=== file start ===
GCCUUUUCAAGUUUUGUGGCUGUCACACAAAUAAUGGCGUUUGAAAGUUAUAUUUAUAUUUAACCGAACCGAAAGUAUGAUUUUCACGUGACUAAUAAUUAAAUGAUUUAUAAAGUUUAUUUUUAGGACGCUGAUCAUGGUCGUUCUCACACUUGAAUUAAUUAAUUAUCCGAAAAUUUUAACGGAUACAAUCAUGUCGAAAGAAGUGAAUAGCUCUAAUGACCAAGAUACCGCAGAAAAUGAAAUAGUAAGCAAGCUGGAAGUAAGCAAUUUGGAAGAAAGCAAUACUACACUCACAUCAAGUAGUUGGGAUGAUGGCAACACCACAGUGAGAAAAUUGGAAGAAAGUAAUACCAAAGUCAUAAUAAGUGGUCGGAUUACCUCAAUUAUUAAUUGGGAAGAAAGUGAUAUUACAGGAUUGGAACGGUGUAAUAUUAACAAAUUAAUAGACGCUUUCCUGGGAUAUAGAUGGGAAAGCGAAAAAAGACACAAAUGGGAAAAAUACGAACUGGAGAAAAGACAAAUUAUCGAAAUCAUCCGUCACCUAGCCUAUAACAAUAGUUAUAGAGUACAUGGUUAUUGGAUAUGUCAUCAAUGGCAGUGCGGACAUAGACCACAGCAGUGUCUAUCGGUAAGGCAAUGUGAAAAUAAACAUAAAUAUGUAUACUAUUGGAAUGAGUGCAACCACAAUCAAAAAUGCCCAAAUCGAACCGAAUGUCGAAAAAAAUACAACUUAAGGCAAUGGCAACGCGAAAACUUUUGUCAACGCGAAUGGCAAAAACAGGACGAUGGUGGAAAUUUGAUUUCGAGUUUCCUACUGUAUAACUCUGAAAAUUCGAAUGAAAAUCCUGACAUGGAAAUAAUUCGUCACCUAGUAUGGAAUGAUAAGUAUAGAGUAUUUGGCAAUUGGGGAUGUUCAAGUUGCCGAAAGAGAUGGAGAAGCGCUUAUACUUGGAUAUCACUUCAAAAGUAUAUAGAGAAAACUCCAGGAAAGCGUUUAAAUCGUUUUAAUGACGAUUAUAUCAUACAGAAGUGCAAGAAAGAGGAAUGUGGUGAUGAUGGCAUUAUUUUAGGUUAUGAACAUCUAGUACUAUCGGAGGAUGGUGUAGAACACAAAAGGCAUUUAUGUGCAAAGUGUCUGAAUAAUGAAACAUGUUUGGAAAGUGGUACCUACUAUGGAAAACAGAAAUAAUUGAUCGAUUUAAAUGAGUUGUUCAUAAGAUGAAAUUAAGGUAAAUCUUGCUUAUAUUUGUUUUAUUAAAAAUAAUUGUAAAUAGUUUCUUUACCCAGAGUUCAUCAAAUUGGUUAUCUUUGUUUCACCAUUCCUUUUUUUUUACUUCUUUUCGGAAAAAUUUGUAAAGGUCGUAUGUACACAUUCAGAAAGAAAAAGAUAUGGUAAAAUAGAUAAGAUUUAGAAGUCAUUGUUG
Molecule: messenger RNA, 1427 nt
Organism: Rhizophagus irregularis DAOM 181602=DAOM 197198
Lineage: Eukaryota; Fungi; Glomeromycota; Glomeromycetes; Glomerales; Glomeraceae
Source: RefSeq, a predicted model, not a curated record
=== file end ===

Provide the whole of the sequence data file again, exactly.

GCCUUUUCAAGUUUUGUGGCUGUCACACAAAUAAUGGCGUUUGAAAGUUAUAUUUAUAUUUAACCGAACCGAAAGUAUGAUUUUCACGUGACUAAUAAUUAAAUGAUUUAUAAAGUUUAUUUUUAGGACGCUGAUCAUGGUCGUUCUCACACUUGAAUUAAUUAAUUAUCCGAAAAUUUUAACGGAUACAAUCAUGUCGAAAGAAGUGAAUAGCUCUAAUGACCAAGAUACCGCAGAAAAUGAAAUAGUAAGCAAGCUGGAAGUAAGCAAUUUGGAAGAAAGCAAUACUACACUCACAUCAAGUAGUUGGGAUGAUGGCAACACCACAGUGAGAAAAUUGGAAGAAAGUAAUACCAAAGUCAUAAUAAGUGGUCGGAUUACCUCAAUUAUUAAUUGGGAAGAAAGUGAUAUUACAGGAUUGGAACGGUGUAAUAUUAACAAAUUAAUAGACGCUUUCCUGGGAUAUAGAUGGGAAAGCGAAAAAAGACACAAAUGGGAAAAAUACGAACUGGAGAAAAGACAAAUUAUCGAAAUCAUCCGUCACCUAGCCUAUAACAAUAGUUAUAGAGUACAUGGUUAUUGGAUAUGUCAUCAAUGGCAGUGCGGACAUAGACCACAGCAGUGUCUAUCGGUAAGGCAAUGUGAAAAUAAACAUAAAUAUGUAUACUAUUGGAAUGAGUGCAACCACAAUCAAAAAUGCCCAAAUCGAACCGAAUGUCGAAAAAAAUACAACUUAAGGCAAUGGCAACGCGAAAACUUUUGUCAACGCGAAUGGCAAAAACAGGACGAUGGUGGAAAUUUGAUUUCGAGUUUCCUACUGUAUAACUCUGAAAAUUCGAAUGAAAAUCCUGACAUGGAAAUAAUUCGUCACCUAGUAUGGAAUGAUAAGUAUAGAGUAUUUGGCAAUUGGGGAUGUUCAAGUUGCCGAAAGAGAUGGAGAAGCGCUUAUACUUGGAUAUCACUUCAAAAGUAUAUAGAGAAAACUCCAGGAAAGCGUUUAAAUCGUUUUAAUGACGAUUAUAUCAUACAGAAGUGCAAGAAAGAGGAAUGUGGUGAUGAUGGCAUUAUUUUAGGUUAUGAACAUCUAGUACUAUCGGAGGAUGGUGUAGAACACAAAAGGCAUUUAUGUGCAAAGUGUCUGAAUAAUGAAACAUGUUUGGAAAGUGGUACCUACUAUGGAAAACAGAAAUAAUUGAUCGAUUUAAAUGAGUUGUUCAUAAGAUGAAAUUAAGGUAAAUCUUGCUUAUAUUUGUUUUAUUAAAAAUAAUUGUAAAUAGUUUCUUUACCCAGAGUUCAUCAAAUUGGUUAUCUUUGUUUCACCAUUCCUUUUUUUUUACUUCUUUUCGGAAAAAUUUGUAAAGGUCGUAUGUACACAUUCAGAAAGAAAAAGAUAUGGUAAAAUAGAUAAGAUUUAGAAGUCAUUGUUG
Molecule: messenger RNA, 1427 nt
Organism: Rhizophagus irregularis DAOM 181602=DAOM 197198
Lineage: Eukaryota; Fungi; Glomeromycota; Glomeromycetes; Glomerales; Glomeraceae
Source: RefSeq, a predicted model, not a curated record